S4: Yeah. I mean, I think it’s a good reminder that her career started in the mid-nineties, which is when I think it’s like the last moment that you could do something like that. Now it feels like, you know, an arrested development. When Tobias is sending the headshots to the casting agents and he’s putting glitter in, he’s leaving notes that say things like See my show or I’ll kill your family. You know, I think it feels like that because now, thanks to e-mail, we get so many unsolicited requests for things. I did do this once, actually, though. In 2002, I wrote letters to a bunch of directors to see if anyone needed assistance. And I will say I did wind up getting a job from it with a guy who was legitimately nuts. And it was a really horrible experience, so I never did it again. And so I was I was happy to hear that someone did that and it worked, and it actually set them on their right, their life’s path. I mean, I find that really charming and wonderful that it worked out for her like that.
S3: You have to tell me more about this job later. But for now, with regard to this interview, I thought that your question about quote unquote compressed deadlines is so funny. And I’m curious if you are someone who works better under that kind of pressure or if you appreciate having, like a longer lead time.
S4: I guess my feeling is, is that every project has like a sweet spot or like maybe a range that isn’t so long. You go completely off the deep end with research and preparation and fiddling about and fussing over every single decision. But it’s not so short that you feel like all your creative choices are happening under duress, you know? Yeah. In other words, I just don’t think it’s about like tight deadlines or long deadlines. It’s actually relative to each specific project. I mean, of course, you know this, Karen in freelance writing. The deadline is always at least a little bit sooner than that sweet spot, right? It’s at least a little bit. But I also find if I have too much lead time, I just go way overboard and I get all my head about it and it gets really hard to feel you
S4: overthink and especially over research because I was like, Why have the time to become an authority in this? And now I’m going to do that and it never leads anywhere good. Yeah, I’m curious about about you. What? What do you think? Because you’re having one of your first experiences with a really long deadline? Yeah, is the really short deadlines of freelance writing.
S3: Well, I’ve talked a little bit about this before, but it’s been helpful to have the chapter deadlines like I’ve had a deadline every month to make sure that I’ve finished X amount of writing, and that’s been really helpful. I operate pretty well under pressure. I don’t like it when it’s extreme pressure, even though like I still will get the work done. It just it’s the same principle of like, I like doing work, but I don’t like doing it when it stresses me out. You know what? I totally it’s like, that’s the kind of workhorse where I am, where it’s like, I enjoy doing it, but I want to be enjoying doing it.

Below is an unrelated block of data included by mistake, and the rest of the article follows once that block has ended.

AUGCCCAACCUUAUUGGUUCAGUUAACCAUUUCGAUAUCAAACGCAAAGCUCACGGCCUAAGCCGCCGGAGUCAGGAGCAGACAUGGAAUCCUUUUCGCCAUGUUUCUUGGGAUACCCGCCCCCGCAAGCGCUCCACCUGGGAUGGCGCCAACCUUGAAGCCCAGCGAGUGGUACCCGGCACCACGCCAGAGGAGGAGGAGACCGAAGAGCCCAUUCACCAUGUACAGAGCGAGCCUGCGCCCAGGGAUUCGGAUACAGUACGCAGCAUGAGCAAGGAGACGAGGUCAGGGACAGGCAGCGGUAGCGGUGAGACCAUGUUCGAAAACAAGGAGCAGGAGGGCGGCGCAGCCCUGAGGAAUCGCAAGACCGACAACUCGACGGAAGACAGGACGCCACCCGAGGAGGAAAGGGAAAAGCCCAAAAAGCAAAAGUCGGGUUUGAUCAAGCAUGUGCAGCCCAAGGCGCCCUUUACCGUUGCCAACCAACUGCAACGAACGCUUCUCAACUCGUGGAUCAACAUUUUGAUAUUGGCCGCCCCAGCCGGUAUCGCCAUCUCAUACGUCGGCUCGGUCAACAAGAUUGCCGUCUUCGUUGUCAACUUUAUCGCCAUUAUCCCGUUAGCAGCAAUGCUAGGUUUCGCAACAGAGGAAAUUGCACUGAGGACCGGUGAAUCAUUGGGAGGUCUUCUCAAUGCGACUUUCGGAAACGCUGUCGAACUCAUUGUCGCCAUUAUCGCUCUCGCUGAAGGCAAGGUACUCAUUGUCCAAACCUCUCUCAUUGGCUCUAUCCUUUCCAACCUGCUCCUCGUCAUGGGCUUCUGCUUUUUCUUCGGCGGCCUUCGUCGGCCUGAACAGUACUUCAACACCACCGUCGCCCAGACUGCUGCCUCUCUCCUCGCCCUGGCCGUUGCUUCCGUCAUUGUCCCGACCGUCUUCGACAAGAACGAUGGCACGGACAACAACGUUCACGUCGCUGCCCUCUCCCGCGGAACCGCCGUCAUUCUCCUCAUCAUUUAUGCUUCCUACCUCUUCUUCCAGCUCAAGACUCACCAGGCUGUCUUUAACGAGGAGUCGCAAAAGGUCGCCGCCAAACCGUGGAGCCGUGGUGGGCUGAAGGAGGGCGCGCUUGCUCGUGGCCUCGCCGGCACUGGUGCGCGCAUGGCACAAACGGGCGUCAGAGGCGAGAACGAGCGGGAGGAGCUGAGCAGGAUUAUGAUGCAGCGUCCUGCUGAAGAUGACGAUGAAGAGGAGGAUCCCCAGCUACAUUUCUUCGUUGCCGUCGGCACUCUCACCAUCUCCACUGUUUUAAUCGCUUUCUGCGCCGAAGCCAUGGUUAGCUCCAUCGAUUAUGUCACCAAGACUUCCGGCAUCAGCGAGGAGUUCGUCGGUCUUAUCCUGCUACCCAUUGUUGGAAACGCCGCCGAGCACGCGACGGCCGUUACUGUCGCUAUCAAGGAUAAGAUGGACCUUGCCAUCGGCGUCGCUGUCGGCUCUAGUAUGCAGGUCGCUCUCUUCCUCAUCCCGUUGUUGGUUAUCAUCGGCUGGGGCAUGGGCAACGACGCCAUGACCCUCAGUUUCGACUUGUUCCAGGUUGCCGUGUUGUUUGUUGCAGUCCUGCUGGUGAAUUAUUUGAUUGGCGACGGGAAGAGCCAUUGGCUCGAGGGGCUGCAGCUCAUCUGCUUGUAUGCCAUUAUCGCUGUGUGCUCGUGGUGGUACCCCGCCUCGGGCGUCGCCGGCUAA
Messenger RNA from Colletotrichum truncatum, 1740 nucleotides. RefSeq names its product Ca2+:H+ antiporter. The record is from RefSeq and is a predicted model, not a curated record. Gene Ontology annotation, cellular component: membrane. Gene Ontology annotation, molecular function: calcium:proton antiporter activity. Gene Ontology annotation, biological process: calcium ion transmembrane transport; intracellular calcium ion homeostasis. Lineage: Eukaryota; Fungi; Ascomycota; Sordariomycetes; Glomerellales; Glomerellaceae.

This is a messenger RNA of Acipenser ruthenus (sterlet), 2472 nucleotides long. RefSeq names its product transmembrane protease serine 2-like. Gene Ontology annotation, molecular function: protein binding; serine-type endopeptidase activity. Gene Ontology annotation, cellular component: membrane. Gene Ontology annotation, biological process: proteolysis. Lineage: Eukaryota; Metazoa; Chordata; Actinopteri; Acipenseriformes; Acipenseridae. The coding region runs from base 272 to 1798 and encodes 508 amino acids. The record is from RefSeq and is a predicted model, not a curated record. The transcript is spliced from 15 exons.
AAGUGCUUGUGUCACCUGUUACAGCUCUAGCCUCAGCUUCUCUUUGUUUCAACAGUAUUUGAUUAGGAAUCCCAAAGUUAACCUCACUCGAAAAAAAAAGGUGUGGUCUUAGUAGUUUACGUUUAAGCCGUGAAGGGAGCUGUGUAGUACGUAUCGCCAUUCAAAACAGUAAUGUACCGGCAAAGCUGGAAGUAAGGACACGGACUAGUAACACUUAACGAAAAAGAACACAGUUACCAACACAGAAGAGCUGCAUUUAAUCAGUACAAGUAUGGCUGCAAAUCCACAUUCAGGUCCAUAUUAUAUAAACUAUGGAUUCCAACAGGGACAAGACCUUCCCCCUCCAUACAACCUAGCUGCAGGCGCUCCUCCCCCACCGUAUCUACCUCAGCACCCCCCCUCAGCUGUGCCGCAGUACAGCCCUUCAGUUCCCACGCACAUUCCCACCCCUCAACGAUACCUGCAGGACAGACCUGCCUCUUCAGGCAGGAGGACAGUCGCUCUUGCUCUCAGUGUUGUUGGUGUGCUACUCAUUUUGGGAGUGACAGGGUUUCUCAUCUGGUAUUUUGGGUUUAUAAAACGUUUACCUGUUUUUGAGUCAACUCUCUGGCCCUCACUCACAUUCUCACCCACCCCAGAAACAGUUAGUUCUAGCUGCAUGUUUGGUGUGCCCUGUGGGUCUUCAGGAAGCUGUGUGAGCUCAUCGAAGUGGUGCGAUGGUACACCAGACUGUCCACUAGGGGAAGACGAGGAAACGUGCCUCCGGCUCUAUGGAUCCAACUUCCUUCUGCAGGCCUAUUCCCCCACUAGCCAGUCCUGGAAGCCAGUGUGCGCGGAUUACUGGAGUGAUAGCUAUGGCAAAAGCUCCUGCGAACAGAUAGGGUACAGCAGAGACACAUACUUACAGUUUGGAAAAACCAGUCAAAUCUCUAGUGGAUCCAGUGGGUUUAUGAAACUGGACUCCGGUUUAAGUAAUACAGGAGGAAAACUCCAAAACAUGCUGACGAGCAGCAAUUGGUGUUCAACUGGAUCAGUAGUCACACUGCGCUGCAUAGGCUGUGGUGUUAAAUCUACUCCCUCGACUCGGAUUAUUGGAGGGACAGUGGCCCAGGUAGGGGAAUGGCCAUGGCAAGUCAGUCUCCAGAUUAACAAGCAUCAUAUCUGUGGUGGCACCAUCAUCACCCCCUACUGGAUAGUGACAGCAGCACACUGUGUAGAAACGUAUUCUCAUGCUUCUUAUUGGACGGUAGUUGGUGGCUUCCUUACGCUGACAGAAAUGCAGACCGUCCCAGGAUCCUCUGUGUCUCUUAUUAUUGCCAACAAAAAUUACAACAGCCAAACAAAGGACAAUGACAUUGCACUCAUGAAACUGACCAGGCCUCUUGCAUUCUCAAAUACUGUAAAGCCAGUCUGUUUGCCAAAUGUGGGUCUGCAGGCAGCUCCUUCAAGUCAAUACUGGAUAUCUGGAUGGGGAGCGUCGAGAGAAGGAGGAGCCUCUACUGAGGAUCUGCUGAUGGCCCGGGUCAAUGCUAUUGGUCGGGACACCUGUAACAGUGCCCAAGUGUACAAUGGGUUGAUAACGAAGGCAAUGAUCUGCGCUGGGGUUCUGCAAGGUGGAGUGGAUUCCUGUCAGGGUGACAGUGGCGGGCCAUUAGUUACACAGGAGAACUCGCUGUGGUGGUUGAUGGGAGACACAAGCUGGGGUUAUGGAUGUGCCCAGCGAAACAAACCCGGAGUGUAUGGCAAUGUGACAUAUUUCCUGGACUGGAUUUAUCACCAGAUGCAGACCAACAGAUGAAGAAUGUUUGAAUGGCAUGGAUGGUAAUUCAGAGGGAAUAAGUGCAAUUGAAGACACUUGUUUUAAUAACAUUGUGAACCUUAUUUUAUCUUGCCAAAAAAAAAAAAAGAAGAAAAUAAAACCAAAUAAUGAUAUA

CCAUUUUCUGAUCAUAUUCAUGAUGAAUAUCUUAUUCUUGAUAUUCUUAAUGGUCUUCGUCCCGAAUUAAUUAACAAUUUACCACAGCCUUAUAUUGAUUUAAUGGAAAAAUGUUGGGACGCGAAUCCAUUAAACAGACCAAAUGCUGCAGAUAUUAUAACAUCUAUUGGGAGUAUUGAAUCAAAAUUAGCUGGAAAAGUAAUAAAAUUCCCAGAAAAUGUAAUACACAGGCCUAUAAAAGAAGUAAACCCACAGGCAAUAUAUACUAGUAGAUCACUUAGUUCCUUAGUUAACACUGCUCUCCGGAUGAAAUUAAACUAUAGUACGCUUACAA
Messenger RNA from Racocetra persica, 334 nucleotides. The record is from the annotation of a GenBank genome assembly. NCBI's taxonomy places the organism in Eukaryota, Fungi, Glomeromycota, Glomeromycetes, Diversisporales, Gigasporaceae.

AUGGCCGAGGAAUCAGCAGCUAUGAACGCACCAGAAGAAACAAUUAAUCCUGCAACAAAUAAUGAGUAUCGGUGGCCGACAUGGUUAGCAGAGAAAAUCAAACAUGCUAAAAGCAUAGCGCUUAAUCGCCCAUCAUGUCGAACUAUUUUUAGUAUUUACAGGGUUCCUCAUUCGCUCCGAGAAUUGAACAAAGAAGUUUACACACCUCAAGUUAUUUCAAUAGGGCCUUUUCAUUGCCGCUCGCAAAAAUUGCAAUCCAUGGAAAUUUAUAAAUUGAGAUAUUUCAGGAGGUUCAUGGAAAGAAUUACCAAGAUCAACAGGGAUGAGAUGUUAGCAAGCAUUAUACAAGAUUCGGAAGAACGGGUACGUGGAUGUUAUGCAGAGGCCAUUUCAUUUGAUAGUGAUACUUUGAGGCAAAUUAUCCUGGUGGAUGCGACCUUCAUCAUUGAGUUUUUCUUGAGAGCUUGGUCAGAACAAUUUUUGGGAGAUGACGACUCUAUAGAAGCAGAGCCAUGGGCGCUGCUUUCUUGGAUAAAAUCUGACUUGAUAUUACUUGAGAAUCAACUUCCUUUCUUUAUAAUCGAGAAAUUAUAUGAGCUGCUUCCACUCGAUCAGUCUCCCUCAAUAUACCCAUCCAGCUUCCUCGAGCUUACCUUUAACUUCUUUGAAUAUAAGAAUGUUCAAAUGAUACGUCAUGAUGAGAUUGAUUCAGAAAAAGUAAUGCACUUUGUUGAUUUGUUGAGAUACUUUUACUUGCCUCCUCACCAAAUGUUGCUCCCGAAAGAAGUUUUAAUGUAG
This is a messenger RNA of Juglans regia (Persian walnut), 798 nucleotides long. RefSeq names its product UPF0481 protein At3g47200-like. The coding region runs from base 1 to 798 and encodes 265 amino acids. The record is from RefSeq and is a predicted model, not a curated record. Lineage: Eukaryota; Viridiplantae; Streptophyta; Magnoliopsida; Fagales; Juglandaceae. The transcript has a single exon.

S4: Yeah, absolutely.
S3: Yeah. I also really liked what Lee said about liking directors who think more outside the box with regard to like the reference points that they told her to look for in creating these sounds. As a director yourself, do you think of yourself as someone who thinks outside the box, like, do you put together like these mood boards like for your cast and crew or anything like that?
S4: I mean, it’s been a long time since I’ve directed now. It’s been a few years. So with that that caveat, you know, no, I’m not a mood board guy. I respond really well to them and I want them from China’s. What I thought was really smart about that in terms of reference points is, you know, you’re really allowing yourself to be open to influence without being derivative. So they’re not looking at other outer space movies, they’re looking at submarine movies, they’re looking at things that are related. So, you know, I might be like, Oh, I love the rumpled shirts of all the president’s men or, you know, something like, Oh, that’s a movie that I love the look of that movie. Yeah, all the people are dressed in it. But you know, that might be for a project that has nothing to do with politics or journalism. I mean, references give you something concrete. You know, we can get so obsessed with originality that we forget that you need something concrete to hold on to particularly collaboratively. You know, like if I just said to you, Well, I want it to sound claustrophobic. Well, what is claustrophobic mean to you versus what it needs to be who? But if I say I want it to sound like the claustrophobia of Das Boot, you know, then there’s something there that we can hold on to. And I’ll say, you know, when you propose a non-fiction book, you know, when you’re writing a book proposal, you have to do that for the editors and for the serious people have to sign off on the book. You have to have your